My family has always celebrated Rosh Hashanah, Yom Kippur, and Chanukah—usually at a table surrounded by loud family and covered in food. This year’s celebrations looked different: we used the BaBayit materials and prompts to discuss what each holiday meant to us. With the BaBayit community we learned about the history of these traditions and creative ways that other congregants make the holidays meaningful.
BaBayit led my family to create new traditions. This year, we decided to build our first sukkah. My family has always loved making art together, and we used sukkot as an opportunity to be creative and connected. We built a mini sukkah using clay, cheese cloth, and paper bags. My mom, sister, and I spent a day in the kitchen building our sukkah, brainstorming how we could put ourselves into a sukkah that was too small to physically enter. I felt more connected to the holiday and its meaning than ever before.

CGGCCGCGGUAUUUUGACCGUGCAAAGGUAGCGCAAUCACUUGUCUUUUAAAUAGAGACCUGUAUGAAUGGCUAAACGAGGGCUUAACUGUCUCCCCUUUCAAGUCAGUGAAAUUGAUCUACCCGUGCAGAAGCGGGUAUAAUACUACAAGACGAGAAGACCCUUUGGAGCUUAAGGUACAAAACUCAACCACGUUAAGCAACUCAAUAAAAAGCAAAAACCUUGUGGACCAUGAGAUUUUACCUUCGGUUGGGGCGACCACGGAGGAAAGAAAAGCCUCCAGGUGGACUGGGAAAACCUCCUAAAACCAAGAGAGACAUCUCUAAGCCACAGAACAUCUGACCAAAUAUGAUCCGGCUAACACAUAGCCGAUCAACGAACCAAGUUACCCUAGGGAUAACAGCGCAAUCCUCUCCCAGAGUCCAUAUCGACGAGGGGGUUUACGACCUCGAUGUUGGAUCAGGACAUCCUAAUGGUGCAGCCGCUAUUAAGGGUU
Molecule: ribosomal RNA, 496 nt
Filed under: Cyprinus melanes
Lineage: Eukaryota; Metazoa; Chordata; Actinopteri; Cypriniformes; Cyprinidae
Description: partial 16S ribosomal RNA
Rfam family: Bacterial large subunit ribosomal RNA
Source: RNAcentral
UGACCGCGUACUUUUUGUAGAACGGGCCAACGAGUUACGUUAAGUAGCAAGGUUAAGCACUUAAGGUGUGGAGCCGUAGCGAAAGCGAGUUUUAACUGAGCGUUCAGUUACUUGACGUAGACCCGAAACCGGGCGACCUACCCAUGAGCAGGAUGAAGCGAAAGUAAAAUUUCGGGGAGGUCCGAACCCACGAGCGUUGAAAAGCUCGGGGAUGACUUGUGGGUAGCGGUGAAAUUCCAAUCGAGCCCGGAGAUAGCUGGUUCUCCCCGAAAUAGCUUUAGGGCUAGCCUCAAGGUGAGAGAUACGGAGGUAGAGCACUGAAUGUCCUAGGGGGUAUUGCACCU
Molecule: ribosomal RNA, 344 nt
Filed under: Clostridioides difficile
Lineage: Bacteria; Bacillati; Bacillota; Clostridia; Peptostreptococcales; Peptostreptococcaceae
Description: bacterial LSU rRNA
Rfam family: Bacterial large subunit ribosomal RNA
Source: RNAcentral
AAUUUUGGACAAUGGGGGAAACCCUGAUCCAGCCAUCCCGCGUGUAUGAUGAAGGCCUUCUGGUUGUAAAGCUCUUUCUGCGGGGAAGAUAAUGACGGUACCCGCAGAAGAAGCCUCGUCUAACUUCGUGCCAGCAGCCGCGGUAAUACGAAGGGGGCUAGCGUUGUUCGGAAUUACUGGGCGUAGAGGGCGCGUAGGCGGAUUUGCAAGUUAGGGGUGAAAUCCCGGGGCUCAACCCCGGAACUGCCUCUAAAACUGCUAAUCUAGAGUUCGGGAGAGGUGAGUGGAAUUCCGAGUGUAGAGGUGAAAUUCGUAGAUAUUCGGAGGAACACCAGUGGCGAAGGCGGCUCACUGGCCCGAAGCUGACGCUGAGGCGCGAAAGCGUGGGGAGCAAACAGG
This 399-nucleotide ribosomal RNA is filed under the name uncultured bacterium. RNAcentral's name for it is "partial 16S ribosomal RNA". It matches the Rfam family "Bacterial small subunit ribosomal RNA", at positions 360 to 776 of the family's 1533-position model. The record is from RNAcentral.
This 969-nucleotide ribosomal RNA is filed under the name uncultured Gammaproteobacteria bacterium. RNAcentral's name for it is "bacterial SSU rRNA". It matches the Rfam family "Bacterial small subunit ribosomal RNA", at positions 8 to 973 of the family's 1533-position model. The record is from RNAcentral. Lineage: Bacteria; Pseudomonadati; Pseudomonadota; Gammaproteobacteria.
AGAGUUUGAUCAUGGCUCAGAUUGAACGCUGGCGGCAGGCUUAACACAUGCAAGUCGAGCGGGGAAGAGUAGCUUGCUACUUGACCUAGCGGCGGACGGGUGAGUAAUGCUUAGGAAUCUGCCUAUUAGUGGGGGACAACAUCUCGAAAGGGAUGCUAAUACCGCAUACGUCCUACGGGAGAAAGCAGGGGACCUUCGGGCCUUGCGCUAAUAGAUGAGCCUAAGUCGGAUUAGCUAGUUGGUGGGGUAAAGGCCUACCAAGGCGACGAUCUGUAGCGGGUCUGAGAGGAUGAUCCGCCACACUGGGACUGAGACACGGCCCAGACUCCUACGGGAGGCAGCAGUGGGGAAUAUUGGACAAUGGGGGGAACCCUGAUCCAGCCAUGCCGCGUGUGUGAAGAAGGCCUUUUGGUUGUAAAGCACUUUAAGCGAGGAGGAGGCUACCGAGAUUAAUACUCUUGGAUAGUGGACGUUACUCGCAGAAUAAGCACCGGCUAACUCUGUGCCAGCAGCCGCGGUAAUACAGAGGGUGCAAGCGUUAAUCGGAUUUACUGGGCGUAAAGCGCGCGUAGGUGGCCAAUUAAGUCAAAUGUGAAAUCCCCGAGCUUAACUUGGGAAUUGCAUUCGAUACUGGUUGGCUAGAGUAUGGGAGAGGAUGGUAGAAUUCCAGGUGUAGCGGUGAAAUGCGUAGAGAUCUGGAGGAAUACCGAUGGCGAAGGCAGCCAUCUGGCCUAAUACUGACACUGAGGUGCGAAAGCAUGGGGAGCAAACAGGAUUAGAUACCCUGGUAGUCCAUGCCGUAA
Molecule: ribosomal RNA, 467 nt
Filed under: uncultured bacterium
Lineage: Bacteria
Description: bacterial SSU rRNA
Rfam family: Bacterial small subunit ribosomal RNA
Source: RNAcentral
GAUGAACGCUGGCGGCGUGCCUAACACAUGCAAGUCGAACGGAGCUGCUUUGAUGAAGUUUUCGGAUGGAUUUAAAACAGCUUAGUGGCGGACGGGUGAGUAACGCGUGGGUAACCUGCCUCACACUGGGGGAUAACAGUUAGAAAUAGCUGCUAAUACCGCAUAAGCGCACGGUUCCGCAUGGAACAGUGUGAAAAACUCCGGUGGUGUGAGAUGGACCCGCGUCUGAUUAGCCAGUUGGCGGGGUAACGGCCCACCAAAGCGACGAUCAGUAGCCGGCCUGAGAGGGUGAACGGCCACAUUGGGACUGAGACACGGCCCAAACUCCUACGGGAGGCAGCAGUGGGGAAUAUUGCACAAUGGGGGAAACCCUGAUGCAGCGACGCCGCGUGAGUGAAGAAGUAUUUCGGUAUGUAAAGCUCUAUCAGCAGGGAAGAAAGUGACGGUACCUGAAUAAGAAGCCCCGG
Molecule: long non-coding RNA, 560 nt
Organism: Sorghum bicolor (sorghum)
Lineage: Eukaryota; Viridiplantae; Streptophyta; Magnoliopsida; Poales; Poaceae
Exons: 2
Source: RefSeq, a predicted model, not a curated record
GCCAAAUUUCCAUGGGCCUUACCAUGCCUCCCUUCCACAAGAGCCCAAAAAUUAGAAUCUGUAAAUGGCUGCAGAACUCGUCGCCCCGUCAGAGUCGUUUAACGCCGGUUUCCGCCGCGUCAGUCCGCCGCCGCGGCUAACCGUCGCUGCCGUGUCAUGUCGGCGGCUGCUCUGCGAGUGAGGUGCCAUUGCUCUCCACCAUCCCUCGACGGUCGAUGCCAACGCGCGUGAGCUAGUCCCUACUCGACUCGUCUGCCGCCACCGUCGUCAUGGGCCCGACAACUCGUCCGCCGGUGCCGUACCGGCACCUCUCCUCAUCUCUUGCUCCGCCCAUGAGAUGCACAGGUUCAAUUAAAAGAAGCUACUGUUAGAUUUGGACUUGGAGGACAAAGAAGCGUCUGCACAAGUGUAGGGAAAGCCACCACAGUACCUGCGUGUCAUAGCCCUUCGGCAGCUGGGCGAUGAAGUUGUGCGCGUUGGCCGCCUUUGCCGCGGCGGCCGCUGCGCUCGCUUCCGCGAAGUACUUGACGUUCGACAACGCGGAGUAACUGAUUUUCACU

BaBayit helped me see how Jewish rituals and teachings can play a consistent role in my life. In a BaBayit program, my family learned to make challah. Initially, I just wanted the bread. As making challah became a ritual, Friday mornings became a time for talking, kneading, braiding, and laughing. This ritual allowed me to reflect on my week, notice all that I am grateful for, and find ways to be fully present.
Judaism has always been in my life and in our home. BaBayit has shown me that, while many Jewish rituals have strong foundations in the past, I can find my own ways to participate in these rituals. BaBayit has taught me to approach Jewish holidays not just as moments of celebration, but as moments when I can learn, reflect, and grow, both on my own and within the community.